The Department for Education likes to point to “British values”, but try and pin officials down on what they mean and they obfuscate. Ask for the examples of the schools that are genuinely excelling in this area, and they won’t – or can’t - provide them. Ofsted, now charged with assessing whether a school is, in fact, demonstrating British values, fares no better. The bottom line is that, bluntly, schools don’t really know what to do. What you end up with is a series of display cases in a prominent position in the school showcasing British values in an array of fairly crass ways. This clearly doesn’t even begin to scratch the surface of the multi-faceted situation that can result in young people turning their backs on the country that is their home, preferring instead a regime that demands total submission and allegiance to leaders whose modus operandi is violence and brutality over democratic debate and discourse.
'Schools need more support'
Putting British values on the agenda has undoubtedly raised awareness, but having issued the requirement without the associated support, the DfE is in danger of presiding over something which is at best no more than tokenistic. I fully applaud the government’s general direction of travel when it comes to giving schools autonomy, and allowing experienced heads to run schools in the way that we know works without issuing reams and reams of guidance. But when it comes to something which neither teachers nor heads are expert in, we need more support. We need a further turn of the wheel to really tackle this issue in a meaningful way.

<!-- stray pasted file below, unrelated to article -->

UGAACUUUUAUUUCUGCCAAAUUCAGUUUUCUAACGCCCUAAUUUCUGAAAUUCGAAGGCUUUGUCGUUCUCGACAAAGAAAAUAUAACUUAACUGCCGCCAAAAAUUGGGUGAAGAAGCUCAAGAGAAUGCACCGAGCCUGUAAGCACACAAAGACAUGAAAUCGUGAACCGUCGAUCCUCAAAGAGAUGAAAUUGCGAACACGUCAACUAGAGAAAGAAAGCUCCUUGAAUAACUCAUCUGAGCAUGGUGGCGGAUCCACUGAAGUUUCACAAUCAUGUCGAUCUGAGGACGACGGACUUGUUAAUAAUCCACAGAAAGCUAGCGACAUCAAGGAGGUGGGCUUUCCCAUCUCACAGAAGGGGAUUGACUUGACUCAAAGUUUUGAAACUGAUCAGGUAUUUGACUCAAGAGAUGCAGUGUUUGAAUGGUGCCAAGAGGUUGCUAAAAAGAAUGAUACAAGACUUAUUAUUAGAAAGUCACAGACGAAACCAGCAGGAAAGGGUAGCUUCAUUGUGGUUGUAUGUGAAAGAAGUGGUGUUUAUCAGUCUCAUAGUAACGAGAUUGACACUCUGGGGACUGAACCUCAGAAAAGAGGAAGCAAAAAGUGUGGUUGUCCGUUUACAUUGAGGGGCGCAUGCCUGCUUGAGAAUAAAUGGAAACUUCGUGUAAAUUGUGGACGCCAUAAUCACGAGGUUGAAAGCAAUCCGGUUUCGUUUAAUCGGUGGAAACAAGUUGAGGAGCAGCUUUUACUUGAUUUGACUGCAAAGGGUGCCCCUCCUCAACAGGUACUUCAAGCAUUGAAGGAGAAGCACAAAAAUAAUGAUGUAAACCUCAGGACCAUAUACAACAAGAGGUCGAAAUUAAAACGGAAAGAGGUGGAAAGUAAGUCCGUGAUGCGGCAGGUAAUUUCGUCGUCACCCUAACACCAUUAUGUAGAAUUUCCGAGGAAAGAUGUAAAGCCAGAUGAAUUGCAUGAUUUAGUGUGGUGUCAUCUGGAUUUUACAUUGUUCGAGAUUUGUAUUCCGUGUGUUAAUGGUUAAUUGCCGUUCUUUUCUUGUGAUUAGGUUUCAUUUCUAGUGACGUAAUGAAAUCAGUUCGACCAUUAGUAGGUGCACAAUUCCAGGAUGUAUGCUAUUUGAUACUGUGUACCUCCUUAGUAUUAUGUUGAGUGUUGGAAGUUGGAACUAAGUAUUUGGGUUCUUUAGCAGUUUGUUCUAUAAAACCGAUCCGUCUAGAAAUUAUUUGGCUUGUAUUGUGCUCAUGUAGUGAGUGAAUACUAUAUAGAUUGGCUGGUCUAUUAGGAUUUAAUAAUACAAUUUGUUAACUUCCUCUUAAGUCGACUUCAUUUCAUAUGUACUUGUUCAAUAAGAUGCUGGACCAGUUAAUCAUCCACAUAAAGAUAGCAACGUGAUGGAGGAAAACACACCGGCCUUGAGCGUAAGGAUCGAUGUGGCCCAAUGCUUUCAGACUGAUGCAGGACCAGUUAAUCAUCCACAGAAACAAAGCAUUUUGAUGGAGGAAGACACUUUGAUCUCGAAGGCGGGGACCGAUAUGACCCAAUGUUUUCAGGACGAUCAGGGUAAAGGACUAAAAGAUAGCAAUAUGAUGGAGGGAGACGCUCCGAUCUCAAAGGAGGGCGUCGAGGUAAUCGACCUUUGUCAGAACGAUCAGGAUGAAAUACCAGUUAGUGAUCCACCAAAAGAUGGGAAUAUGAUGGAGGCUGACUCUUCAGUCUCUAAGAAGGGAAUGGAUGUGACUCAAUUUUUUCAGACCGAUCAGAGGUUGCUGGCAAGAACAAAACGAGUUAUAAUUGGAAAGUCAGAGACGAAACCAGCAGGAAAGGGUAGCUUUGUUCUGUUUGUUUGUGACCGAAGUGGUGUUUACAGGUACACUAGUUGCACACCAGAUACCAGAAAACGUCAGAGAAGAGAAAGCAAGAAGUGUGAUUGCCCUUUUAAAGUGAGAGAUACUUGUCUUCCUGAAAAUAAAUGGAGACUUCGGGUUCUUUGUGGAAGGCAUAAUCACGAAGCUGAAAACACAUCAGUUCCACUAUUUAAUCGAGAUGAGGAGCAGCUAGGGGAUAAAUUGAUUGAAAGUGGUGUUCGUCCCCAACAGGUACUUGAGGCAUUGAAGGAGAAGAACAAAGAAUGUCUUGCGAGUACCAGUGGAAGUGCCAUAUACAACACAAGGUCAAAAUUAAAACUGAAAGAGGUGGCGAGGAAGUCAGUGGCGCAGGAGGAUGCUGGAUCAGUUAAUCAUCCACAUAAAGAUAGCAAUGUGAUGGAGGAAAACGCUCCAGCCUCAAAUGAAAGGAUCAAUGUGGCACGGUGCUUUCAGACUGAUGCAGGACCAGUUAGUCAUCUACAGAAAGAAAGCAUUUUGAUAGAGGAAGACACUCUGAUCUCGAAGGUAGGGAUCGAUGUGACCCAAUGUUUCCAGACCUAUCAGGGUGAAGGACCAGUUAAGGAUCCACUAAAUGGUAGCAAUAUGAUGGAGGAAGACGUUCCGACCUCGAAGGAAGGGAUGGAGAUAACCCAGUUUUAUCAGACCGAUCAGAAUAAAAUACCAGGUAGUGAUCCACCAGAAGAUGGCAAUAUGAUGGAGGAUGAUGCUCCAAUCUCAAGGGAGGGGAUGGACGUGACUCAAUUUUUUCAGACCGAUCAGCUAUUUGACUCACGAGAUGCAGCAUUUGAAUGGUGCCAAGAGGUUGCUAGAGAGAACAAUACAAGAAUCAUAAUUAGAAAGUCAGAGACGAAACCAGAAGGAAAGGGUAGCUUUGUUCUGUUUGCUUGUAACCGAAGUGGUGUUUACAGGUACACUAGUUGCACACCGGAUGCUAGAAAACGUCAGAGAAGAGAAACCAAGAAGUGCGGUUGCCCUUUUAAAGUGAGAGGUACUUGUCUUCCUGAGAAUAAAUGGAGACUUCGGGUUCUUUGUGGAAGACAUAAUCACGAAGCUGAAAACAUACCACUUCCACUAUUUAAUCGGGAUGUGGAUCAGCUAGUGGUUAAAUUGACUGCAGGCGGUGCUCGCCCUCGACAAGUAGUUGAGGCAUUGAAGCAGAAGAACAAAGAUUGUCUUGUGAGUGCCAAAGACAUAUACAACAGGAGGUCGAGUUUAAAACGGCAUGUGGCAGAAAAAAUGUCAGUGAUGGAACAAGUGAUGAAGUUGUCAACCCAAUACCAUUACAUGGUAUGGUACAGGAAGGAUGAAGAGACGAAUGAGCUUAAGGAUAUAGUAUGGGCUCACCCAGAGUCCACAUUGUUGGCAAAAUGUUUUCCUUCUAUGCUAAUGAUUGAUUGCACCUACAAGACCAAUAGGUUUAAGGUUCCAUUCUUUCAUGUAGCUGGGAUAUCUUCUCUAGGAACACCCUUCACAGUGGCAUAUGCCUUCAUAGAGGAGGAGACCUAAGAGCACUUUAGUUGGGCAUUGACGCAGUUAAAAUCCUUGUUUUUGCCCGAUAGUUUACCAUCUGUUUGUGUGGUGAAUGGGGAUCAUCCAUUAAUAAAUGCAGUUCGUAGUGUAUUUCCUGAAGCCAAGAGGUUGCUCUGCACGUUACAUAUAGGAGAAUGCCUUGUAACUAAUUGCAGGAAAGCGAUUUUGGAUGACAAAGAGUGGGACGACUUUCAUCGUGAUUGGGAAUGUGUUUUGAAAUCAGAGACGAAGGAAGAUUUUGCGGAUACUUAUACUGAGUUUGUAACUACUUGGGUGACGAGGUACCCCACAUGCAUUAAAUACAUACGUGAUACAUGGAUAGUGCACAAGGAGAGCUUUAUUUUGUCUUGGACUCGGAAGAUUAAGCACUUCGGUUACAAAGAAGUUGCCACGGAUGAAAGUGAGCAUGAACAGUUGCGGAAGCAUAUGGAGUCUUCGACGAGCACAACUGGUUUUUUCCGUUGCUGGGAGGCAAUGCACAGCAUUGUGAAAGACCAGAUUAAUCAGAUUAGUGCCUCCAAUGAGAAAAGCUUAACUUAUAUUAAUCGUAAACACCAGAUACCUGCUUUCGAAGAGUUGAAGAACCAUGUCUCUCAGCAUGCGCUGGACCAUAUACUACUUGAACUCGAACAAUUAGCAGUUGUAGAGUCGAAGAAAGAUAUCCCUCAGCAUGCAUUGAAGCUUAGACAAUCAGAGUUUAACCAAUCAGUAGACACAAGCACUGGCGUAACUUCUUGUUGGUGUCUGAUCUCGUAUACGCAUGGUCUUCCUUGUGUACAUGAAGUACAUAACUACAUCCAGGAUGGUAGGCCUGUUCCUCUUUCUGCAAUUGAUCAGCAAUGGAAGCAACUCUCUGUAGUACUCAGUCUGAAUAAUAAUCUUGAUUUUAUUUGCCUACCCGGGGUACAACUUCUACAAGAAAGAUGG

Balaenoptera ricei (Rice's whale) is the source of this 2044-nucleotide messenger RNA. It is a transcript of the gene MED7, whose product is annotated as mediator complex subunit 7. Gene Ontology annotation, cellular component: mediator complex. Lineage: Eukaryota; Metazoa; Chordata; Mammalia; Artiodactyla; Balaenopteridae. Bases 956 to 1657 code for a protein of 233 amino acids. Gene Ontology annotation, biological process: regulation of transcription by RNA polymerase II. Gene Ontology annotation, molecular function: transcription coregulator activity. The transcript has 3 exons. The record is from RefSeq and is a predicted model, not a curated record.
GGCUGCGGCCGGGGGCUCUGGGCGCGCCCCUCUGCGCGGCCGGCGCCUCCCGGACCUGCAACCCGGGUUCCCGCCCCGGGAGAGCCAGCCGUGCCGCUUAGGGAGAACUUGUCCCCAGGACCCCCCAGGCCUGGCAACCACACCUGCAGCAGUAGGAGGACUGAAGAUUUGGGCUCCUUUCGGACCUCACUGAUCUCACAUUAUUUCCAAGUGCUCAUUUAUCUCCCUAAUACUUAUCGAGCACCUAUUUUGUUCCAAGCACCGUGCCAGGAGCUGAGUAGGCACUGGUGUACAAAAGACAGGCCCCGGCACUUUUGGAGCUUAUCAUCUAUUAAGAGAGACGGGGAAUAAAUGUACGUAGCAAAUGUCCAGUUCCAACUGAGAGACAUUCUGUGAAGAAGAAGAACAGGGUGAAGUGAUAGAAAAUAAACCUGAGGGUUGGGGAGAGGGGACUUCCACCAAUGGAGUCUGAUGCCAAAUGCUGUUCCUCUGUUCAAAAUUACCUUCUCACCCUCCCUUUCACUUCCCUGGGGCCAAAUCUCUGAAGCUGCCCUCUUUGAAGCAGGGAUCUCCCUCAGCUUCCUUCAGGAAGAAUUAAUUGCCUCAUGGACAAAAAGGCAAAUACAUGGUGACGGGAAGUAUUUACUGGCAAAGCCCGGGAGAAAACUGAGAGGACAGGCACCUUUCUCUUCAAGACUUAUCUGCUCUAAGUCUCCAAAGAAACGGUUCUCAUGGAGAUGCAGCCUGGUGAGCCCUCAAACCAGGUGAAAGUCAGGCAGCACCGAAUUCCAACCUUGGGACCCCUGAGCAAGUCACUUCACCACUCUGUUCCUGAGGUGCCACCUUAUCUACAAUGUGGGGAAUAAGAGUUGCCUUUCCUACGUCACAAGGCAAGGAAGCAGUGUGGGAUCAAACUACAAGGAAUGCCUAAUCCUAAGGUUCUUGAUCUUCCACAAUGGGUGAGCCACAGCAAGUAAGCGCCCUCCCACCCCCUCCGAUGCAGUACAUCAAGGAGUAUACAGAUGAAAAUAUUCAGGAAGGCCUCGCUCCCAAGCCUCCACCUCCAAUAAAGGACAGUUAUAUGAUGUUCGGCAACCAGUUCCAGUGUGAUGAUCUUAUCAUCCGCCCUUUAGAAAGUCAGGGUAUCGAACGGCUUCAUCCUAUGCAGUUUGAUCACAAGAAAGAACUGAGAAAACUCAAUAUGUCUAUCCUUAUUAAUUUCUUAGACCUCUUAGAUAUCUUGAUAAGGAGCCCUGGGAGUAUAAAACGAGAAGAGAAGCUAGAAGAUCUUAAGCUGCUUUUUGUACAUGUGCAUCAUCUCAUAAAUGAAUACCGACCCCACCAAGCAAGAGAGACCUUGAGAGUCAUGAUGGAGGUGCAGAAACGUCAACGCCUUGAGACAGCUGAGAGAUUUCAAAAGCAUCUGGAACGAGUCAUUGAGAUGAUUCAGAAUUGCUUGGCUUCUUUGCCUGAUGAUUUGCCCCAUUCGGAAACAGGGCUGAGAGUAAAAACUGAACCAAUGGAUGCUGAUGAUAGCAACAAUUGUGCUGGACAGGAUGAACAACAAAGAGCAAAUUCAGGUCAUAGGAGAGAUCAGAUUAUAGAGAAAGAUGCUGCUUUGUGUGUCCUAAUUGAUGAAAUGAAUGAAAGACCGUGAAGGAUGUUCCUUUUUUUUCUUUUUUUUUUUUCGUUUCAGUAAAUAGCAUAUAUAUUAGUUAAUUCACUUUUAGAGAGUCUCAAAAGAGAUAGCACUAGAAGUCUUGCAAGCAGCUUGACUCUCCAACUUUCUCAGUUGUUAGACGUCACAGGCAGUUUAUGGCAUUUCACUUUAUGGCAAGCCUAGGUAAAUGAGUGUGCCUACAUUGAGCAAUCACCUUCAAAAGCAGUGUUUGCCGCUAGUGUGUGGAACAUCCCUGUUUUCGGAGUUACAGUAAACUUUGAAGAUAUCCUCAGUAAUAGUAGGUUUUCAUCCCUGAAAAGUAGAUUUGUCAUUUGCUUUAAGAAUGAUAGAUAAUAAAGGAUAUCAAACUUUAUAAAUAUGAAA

What might this look like? The most effective protection we can afford our children is to help them become critical thinkers. This way, we won’t have to prevent them from becoming radicalised, because they will naturally reject bigotry and be active in the promotion of a diverse community.
So, to start with, Ofsted probably does need to inspect, and, specifically, it should inspect how – and how well – citizenship is taught. Hand in hand with this, we ought to consider attitudinal surveys of our students – what do they really think about the issues that surround community cohesion (or lack of it)? The government’s focus on “character education” could also play an important part here. But again, we need examples and case studies to help us begin to understand what works, and what – frankly – is mere window dressing.